In my kids’ assessments, I often need to discover what motivates the kids, so I play wizard games with them.
I believe that wanting is the essence of life. This is the battery that keeps us moving. I know that many parents tell their kids that life is not about what they want, when they really want to say that in life, we do not always get what we want. This is true, but I think they are making a mistake. Life is all about wanting.
Even in Buddhism, the intention or desire is what starts everything. Without it, we do nothing at all. We do not think, do not feel, do not do, do not move, do not connect and do not even search for happiness and good life. Without wanting, life has not meaning.
What do you want?
This is a simple question and your answer reveals a lot about you. I teach my clients to ask themselves this question from time to time and answer it.
It is hard for most grownups to answer this question and even harder for children. Adults almost always say what they do not want or what they want other people to do. This only highlights how powerless they feel and how out of control they are.
Children, on the other hand, usually make a shopping list. If we teach it to them when they are young and focus on what they can do to make it happen, they will never grow up having no control over their own life. They will know what they want and they will go for it full tilt.
Wanting is like a muscle. You either use it or you lose it. If you practice wanting, you become good at it. If you do not practice, your desires grow weak and life becomes a series of burdens. This is a fundamental understanding of human motivation.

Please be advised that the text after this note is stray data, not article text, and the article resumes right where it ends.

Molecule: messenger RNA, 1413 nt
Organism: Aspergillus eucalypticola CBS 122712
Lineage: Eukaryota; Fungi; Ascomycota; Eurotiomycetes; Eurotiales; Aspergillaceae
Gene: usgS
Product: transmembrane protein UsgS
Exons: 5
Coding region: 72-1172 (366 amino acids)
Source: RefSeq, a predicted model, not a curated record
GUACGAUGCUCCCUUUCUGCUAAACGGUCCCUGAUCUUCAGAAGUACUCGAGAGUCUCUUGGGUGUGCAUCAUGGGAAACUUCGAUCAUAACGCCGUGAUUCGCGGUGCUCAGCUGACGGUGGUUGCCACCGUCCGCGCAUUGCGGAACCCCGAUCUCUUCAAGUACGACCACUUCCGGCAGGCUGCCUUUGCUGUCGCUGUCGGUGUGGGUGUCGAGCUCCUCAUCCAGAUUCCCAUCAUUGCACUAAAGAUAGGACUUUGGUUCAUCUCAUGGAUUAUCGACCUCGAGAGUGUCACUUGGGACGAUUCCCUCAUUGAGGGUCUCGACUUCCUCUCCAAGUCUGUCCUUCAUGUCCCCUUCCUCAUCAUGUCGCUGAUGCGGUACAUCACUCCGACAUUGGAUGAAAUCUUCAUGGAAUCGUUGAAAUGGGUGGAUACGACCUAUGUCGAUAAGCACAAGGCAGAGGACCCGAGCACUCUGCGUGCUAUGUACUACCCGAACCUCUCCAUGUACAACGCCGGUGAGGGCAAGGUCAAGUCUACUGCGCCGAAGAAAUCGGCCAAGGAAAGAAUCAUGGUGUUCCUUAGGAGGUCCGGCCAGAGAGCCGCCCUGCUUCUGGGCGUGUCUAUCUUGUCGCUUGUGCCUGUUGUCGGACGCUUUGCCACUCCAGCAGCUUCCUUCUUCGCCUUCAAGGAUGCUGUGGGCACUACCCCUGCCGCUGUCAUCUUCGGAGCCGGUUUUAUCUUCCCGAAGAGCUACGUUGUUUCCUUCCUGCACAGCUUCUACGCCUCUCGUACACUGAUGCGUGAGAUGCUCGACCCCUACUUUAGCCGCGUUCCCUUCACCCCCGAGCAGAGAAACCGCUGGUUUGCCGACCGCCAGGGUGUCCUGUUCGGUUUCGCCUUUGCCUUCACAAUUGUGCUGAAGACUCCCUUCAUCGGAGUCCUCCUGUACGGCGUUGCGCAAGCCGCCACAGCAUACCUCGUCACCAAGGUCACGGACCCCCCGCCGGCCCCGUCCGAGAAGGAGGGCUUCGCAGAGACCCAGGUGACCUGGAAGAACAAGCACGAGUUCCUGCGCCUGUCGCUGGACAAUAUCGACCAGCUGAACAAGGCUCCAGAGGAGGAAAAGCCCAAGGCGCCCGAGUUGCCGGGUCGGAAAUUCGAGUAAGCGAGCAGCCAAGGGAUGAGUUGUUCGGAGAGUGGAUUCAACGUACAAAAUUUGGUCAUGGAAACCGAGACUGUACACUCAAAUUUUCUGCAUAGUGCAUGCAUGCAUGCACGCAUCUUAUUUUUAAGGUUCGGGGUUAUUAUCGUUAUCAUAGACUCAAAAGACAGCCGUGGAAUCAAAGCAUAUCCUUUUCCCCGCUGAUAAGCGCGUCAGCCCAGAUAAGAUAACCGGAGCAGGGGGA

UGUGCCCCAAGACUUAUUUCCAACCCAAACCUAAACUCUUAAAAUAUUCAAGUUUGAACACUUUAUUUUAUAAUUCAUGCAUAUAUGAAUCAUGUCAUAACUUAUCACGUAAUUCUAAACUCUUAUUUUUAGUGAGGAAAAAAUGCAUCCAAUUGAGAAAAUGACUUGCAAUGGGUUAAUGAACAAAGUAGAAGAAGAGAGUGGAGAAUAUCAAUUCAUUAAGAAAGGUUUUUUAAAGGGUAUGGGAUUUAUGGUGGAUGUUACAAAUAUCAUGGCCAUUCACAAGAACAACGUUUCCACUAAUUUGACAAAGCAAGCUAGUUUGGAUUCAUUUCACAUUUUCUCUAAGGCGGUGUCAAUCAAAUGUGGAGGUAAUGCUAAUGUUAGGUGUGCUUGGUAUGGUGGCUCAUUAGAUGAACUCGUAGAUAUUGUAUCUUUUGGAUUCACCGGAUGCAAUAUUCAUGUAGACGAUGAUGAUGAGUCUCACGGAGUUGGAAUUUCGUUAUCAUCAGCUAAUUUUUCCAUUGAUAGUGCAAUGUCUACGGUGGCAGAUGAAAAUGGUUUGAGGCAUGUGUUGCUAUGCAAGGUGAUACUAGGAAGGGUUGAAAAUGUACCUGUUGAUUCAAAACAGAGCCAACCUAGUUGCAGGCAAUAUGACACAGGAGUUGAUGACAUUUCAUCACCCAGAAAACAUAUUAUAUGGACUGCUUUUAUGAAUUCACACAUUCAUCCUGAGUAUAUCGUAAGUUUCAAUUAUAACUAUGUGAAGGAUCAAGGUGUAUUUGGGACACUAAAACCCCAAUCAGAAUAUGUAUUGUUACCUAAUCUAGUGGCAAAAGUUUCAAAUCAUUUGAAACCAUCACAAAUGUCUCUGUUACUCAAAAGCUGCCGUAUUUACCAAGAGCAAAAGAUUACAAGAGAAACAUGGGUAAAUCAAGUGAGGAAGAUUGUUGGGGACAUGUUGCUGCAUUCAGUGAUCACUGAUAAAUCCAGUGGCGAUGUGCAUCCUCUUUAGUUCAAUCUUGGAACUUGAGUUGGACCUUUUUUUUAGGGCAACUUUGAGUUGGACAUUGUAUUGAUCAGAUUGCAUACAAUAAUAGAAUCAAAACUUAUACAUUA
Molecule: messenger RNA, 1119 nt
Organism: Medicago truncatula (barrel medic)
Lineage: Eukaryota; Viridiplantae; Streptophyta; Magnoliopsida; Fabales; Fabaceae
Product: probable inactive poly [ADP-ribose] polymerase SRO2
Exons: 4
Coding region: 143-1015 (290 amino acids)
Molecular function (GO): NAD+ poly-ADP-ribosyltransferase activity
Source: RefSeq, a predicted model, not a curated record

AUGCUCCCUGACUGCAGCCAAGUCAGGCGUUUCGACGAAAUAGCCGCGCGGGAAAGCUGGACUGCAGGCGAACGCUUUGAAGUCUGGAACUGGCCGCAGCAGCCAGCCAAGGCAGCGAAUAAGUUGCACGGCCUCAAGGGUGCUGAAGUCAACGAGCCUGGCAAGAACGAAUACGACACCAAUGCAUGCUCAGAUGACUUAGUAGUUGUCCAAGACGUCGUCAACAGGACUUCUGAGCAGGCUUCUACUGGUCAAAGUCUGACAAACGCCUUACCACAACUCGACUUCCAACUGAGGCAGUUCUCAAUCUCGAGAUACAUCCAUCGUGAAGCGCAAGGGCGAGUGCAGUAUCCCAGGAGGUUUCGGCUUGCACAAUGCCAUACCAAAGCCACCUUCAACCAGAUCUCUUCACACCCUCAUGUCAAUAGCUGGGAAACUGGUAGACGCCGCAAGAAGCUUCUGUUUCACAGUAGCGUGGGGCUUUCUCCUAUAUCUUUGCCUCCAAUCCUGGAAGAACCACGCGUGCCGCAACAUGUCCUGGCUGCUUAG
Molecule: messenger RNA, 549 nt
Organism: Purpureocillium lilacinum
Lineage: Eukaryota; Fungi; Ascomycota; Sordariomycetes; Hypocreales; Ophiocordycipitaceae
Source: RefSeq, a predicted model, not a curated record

During assessments, I ask the kids, “What would you do if you were a wizard?” Then, I write down their answers and pay close attention to their facial expressions and tone of voice.
Some kids are so excited to play this game that their face lights up and they are on a roll. They answer and answer and answer and the joy on their face is contagious.
Some kids give me a puzzled look and do not have an answer. Their “wanting muscle” is so weak that they cannot come up with anything. Not even a shopping list. Those children are harder to motivate. If they have some challenges at school, at home, with feelings, with homework, with friends or with health, it is hard to help them change when they have no incentive.
So in order to work with them, I must first teach them how to want. Once their “wanting muscle” is active, we can use it to change things and do things differently. Usually, I ask their parents to work on this for three weeks and then I start working with the kids. When the kids’ “wanting muscle” is stronger, their emotional battery can be charged and the things we do together have more meaning.
So here is the simple game that strengthens the wanting muscle in just three weeks. The game has many versions and I will share them all here. It is better to play it as a family during dinner, travel, cleaning or anything that allows everyone to share.